THE government is monitoring trends accelerated by the ongoing Covid-19 pandemic, and will factor the insight gathered into Singapore's future land-use plans amid an ongoing review.
To guide future development, the Ministry of National Development and the Urban Redevelopment Authority (URA) have embarked on a review of the country's long-term land-use plans. These long-term plans are reviewed regularly, and the last major review was conducted in 2011.
"With changing needs and emerging trends, it is timely to refresh these plans," Second National Development Minister Indranee Rajah, said on Thursday in Parliament.
She said that the pandemic will change land-use plans and designs, noting it has already raised questions on how much office and retail space is needed, given the shift towards e-commerce and telecommuting.
The "disconcerting quiet" of the central business district during the circuit breaker also emphasised the importance of planning for more mixed use in the city centre.
To this end, the CBD Incentive scheme and Strategic Development Incentive (SDI) scheme will help facilitate this shift, said Ms Rajah.
Under the former, incentives are offered for the conversion of older office buildings in the CBD into mixed-use developments with features such as hotels, residences, gyms and eateries.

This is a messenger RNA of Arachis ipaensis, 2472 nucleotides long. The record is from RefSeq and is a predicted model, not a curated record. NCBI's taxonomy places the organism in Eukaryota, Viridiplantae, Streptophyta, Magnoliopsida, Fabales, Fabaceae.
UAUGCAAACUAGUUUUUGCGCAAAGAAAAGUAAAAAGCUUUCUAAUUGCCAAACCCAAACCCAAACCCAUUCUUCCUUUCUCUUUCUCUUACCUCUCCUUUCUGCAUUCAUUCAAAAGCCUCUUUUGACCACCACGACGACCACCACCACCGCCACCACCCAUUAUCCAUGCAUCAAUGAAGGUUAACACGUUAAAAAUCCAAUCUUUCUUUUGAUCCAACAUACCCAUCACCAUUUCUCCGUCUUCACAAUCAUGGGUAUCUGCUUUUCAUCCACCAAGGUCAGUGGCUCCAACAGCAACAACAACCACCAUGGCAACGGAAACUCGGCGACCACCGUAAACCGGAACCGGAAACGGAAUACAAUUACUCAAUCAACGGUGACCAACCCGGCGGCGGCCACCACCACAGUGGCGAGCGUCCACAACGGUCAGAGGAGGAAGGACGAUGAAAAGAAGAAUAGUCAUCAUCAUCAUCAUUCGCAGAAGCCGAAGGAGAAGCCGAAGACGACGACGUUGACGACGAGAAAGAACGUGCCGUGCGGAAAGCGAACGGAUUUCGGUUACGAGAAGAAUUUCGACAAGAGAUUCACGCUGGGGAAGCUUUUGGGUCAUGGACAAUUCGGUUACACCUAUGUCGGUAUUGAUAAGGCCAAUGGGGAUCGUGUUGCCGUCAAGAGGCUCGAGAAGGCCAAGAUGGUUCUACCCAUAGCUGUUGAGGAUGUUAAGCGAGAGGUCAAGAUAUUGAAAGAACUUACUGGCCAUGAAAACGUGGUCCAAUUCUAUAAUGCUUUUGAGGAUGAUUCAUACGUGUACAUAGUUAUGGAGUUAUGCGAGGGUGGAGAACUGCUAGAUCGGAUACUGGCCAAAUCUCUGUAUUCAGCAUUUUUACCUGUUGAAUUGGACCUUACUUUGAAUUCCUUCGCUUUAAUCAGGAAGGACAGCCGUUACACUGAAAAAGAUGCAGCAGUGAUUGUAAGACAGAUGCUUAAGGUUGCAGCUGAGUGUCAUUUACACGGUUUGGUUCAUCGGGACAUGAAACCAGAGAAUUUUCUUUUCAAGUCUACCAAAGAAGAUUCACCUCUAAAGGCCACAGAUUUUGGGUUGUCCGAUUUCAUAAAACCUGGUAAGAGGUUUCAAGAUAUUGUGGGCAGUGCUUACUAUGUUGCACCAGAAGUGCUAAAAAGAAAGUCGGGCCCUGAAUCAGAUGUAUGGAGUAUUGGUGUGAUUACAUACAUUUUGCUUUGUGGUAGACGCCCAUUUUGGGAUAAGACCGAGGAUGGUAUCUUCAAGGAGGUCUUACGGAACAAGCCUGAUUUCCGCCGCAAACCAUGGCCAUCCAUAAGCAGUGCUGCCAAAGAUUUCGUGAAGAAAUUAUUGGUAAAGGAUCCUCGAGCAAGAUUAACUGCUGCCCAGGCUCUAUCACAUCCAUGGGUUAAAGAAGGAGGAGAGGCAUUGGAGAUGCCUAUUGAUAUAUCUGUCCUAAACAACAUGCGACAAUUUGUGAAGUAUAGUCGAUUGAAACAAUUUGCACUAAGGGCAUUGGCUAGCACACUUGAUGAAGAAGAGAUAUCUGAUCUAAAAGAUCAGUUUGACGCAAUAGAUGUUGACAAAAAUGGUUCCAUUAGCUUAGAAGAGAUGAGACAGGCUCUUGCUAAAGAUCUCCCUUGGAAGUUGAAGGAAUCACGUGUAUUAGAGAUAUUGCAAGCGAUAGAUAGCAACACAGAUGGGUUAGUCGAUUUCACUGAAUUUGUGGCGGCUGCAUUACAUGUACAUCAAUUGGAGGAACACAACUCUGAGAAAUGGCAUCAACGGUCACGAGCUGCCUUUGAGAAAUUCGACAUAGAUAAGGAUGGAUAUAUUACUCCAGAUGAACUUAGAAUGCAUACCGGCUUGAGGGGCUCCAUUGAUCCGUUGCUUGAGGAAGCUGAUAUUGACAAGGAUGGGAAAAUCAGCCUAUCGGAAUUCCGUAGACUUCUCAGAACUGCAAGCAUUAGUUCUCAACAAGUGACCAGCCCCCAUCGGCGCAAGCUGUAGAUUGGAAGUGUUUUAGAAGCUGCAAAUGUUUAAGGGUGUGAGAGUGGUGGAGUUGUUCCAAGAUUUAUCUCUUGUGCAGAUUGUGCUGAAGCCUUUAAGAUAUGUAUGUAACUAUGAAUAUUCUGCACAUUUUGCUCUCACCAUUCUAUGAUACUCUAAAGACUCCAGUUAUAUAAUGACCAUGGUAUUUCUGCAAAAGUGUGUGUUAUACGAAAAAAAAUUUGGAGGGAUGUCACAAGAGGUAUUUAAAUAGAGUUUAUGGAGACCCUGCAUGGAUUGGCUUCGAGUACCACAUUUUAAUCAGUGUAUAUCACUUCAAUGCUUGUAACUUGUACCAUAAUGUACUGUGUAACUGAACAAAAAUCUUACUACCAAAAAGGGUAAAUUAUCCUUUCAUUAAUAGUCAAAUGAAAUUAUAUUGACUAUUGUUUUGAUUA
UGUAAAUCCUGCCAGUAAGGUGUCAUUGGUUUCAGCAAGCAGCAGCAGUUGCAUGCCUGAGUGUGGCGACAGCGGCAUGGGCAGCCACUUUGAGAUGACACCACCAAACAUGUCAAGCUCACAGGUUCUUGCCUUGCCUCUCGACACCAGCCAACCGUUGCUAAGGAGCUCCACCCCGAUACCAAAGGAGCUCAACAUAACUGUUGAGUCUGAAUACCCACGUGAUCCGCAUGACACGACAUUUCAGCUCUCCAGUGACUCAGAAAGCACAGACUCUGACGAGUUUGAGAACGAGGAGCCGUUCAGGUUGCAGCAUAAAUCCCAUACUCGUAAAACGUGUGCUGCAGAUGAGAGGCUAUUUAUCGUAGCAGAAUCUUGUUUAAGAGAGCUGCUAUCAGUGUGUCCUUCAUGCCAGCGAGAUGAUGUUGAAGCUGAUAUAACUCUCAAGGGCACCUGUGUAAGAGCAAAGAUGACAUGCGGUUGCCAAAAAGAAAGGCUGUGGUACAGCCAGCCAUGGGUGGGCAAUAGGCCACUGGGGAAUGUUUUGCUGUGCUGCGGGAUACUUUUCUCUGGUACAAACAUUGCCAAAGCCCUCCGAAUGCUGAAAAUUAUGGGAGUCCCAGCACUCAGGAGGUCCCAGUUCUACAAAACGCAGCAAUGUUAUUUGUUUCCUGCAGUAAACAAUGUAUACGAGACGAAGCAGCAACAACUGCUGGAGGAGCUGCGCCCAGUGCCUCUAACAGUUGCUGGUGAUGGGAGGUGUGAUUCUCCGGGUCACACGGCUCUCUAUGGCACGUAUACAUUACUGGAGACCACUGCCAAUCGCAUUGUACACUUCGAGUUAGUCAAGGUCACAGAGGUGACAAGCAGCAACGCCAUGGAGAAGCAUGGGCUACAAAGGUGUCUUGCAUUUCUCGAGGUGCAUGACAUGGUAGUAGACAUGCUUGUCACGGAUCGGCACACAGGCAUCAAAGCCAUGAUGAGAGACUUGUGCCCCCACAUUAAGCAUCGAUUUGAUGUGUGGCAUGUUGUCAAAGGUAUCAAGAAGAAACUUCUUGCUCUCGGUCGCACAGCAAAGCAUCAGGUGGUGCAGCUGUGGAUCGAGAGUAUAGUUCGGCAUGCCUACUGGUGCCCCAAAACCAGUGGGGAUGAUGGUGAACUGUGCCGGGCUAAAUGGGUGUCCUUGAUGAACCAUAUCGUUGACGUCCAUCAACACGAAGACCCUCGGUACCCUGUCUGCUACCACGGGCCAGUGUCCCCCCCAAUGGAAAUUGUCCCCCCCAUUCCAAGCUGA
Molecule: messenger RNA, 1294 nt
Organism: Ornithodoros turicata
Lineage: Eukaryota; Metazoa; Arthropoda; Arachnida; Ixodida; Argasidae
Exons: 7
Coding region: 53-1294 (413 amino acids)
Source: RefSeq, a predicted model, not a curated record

Similarly, the SDI incentivises building owners to come together to redevelop and transform precincts in strategic areas across the island.
The URA has received nine outline applications under the CBD Incentive Scheme, of which six were given in-principle approval. Three outline applications under the SDI scheme were also given in-principle approval.
"As our circumstances change, we must plan accordingly," Ms Rajah said. "This includes planning for an ageing population, and the evolving mindsets of Singaporeans on matters such a lifestyles, work, family, nature and heritage."
The government will also look at ways to add community co-working spaces to Singapore's neighbourhoods, as well as how to make these accessible for vulnerable groups.
Ms Rajah added: "We will also engage private operators, and examine how we can plan and design our neighbourhoods to support remote working, should the trend persist."
She also highlighted that taking a long-term approach towards land-use planning is important for sustainable development. This will also preserve options for future generations.
As part of the long-term planning review, the public, private and people sectors will be consulted to gather feedback. Such engagement will begin from April, starting with polls.
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